Judges in Louisiana and Utah temporarily blocked statewide abortion bans that were set to take effect after last week’s US Supreme Court ruling overturning Roe v. Wade.
Orders issued Monday keep the so-called trigger laws on hold into early July -- and allow abortions to continue -- while legal fights play out.
“The Supreme Court ruling was devastating and terrifying for our patients and providers, but at least for now, Utahns will be able to get the care they need,” Karrie Galloway, president of Planned Parenthood Association of Utah, said in a statement. “Today is a win, but it is only the first step in what will undoubtedly be a long and difficult fight.”
Louisiana and Utah are two of 13 states identified by the Guttmacher Institute as having laws banning abortions that were designed to kick in automatically once Roe v. Wade was overturned. The high court’s June 24
In South Carolina, meanwhile, a federal judge cleared the way for the state to enforce its law outlawing abortions after the point at which a fetal heartbeat is detected. The measure includes exceptions allowing abortions in cases of rape or incest, as long as the fetus is fewer than 20 weeks along, and in cases in which an abortion is necessary to save the life of the mother, according to a statement by the state’s attorney general.
Utah’s trigger ban was passed by the state’s legislature in 2020. Doctors in Utah who violate the law face a second-degree felony charge and prison terms of one-to-15 years as well as criminal fines and loss of their professional license, according to Planned Parenthood’s
In Louisiana, Judge Robin M. Giarrusso of the Orleans Parish Civil District Court scheduled a hearing on a preliminary injunction for early July.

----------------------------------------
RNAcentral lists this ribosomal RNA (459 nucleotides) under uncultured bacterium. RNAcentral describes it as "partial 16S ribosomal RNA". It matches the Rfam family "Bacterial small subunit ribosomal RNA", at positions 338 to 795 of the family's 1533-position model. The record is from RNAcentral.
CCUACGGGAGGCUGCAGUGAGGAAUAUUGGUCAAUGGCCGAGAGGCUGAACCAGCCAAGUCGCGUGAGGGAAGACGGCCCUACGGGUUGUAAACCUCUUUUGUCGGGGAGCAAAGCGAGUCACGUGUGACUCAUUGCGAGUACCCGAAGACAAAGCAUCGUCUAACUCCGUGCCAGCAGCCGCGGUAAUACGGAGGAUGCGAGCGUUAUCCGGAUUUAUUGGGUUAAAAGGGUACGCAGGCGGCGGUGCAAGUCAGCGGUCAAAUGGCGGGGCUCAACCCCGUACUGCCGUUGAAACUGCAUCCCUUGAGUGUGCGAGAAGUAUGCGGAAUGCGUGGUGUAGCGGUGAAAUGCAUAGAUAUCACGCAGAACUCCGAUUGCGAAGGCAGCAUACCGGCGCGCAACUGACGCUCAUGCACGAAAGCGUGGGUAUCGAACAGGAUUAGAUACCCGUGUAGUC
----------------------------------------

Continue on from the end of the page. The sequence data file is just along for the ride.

June Medical, which does business as Hope Medical Group for Women, is one of only three abortion providers in Louisiana. It’s fighting to invalidate three separate laws that purport to completely ban abortion, claiming they are unconstitutionally vague.
The provider said conflicting statements issued by state and local officials have made it unclear which trigger laws are in effect. Beyond that, it’s impossible to tell what conduct the laws prohibit, what exceptions apply, and the criminal penalties they impose, given the laws’ inconsistencies, June Medical said.
For example, a law adopted in 2006 imposes a fine of not more than $1,000, up to two years in prison, or both, June Medical said. The second ban sets a minimum one-year jail term, with a maximum of 10 years, and a mandatory fine of not less than $10,000. The third law -- which sets a 15-week gestational age limit for abortions -- sets a maximum 15-year prison term and a fine of no less than $20,000, according to the provider’s court petition.
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Carmen Castro-Pagán, Peter Blumberg
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